Schuchert completed his formal teaching career in 1923 but continued to advise and assist graduate students for almost two decades. His later research accomplishments were formidadle, even for a bachelor “wedded to his science.” With the aid of Clara Mae LeVene, he prepared another summary of published data on brachiopods, as well as a popular geology book and the definitive biography of the vertebrate paleontologist O. C. Marsh (1940). Schuchert and Cooper (1932) is a standard reference for the study of two orders of brachiopods, but only one of many papers produced. In keeping his textbook on historical geology current, he became increasingly concerned with worldwide problems of correlation and methodology in the science, and this breadth of interest is reflected in the titles of his papers.
The capstone of Schuchert’s career was the publication of volume 1 of Historical Geology of North America (1935), on the Antillean-Caribbean region. A second volume, on the stratigraphy of the eastern and central United States, was published the year following his death; and a third was left partially completed. Without question Schuchert was the leader in synthesizing the geologic history of North America and was the last to grasp the entire literature encompassing details of 600 million years of change.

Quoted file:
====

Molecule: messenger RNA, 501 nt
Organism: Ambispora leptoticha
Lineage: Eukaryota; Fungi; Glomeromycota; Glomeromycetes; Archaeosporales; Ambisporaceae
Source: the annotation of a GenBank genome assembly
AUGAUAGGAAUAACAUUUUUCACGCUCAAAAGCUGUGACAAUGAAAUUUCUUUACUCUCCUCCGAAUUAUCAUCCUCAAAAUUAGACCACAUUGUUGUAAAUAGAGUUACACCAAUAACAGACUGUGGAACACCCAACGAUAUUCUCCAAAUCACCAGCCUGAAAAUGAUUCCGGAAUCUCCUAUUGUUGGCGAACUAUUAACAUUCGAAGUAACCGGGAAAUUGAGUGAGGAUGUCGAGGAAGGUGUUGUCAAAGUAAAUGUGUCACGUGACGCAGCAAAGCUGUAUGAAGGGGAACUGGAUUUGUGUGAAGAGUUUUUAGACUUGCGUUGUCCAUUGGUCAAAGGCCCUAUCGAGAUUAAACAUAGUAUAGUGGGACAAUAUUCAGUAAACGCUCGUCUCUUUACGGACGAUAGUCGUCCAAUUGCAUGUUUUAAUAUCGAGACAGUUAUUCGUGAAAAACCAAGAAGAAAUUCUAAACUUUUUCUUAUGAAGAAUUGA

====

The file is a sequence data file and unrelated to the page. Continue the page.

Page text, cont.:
Adolf Knopf, “Biographical Memoir of Charles Schuchert 1858–1942,” in Biographical Memoirs National Academy of Sciences, 27 (1952), 363–389, is the principal source that lists other memorials. In particular the memorial by C. O. Dunbar in Proceedings of the Geological Society of America for 1942 (1943), 217–240, should be consulted. The esteem in which the Schuchert and Dunbar text on historical geology was held may be gathered from a review of the fourth edition (1941) by Cary Croneis in Journal of Geology, 49 (1941), 776–779.
Ellis L. Yochelson